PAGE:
the remainder of this Act shall not be effected thereby.
TION LAWS.-The provisions of the laws of this State
with respect to corporations for profit and all powers and
rights thereunder shall apply to associations organized
hereunder, except where such provisions are in conflict
with or inconsistent with the express provisions of this Act.
Laws or parts of laws in conflict with the provisions of this
Act are hereby repealed. Provided, however, that the pro-
visions of this Act shall not be construed to effect, limit or
in anywise interfere with the rights, powers or privileges
of any corporation or association which may have been
organized and which now exists, or of any corporation or
association which may be hereafter organized under Chap-
ter 5958 of the Acts of 1909 and amendments thereto.
Section 31. This Act shall take effect immediately upon
its passage and approved by the Governor or upon its be-
coming a law without such approval.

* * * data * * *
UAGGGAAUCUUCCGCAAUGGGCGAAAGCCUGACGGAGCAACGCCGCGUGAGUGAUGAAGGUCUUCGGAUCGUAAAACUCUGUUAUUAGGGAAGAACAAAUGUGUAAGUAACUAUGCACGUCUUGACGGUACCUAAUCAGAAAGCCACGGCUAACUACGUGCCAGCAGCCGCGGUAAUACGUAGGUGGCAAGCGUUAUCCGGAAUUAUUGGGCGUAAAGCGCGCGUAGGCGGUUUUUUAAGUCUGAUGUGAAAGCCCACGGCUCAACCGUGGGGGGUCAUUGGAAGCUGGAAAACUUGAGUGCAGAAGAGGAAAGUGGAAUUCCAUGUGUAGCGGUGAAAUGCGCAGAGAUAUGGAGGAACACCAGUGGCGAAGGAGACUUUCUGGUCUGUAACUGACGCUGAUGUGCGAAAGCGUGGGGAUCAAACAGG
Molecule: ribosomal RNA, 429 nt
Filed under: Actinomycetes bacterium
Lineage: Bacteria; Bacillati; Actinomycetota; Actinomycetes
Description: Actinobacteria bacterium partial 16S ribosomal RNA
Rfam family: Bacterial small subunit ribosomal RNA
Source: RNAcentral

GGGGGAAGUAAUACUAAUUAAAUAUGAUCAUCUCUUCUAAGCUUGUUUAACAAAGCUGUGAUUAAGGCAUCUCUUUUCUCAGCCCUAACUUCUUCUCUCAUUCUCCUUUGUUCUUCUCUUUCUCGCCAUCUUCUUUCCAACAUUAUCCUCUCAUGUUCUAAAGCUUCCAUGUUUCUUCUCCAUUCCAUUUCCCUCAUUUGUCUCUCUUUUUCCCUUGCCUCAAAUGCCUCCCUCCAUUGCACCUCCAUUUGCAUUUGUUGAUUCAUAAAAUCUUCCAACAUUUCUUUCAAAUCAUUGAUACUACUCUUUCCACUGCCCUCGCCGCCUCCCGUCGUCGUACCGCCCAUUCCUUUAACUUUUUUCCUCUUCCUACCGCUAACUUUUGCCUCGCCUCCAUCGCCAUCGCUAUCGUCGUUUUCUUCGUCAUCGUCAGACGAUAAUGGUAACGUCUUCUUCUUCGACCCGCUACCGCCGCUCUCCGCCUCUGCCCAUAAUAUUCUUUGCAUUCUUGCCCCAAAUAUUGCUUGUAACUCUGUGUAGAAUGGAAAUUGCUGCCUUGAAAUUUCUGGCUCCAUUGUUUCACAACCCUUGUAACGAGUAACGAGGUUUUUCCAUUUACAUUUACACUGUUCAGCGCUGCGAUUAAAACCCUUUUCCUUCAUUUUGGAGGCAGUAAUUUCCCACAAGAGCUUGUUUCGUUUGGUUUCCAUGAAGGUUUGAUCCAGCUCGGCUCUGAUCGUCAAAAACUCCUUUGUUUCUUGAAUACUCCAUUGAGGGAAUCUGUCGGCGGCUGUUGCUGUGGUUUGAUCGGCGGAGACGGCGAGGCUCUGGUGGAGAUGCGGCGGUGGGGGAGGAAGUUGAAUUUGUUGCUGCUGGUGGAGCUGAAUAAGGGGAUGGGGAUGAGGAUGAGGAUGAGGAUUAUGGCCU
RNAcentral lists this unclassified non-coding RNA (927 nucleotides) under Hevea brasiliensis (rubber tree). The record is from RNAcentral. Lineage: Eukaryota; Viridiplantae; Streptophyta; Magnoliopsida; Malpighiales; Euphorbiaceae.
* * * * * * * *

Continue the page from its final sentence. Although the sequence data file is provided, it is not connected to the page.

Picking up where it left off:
As amended to April 1, 1941.


CHAPTER 5958-(No. 89).-ACTS OF 1909
AN ACT for the Organization, Management and Co-opera-
tion of Agricultural (Citricultural) and Horticultural
Non-Profit Co-operative Associations.
Be It Enacted by the Legislature of the State of Florida:
Section 1. Three or more persons engaged in the pro-
duction, preserving, drying, packing, shipping or market-
ing of agricultural (viticultural) or horticultural products,
or (all) of them, may form a non-profit co-operative asso-
ciation, under the provisions of this Act,. to carry on said
business, and such association shall have, and may exer-
cise the powers authorized by this Act and the powers nec-
essarily incidental thereto, and all other powers granted
to private corporations by the laws of this State, except
such powers as are inconsistent with those granted by this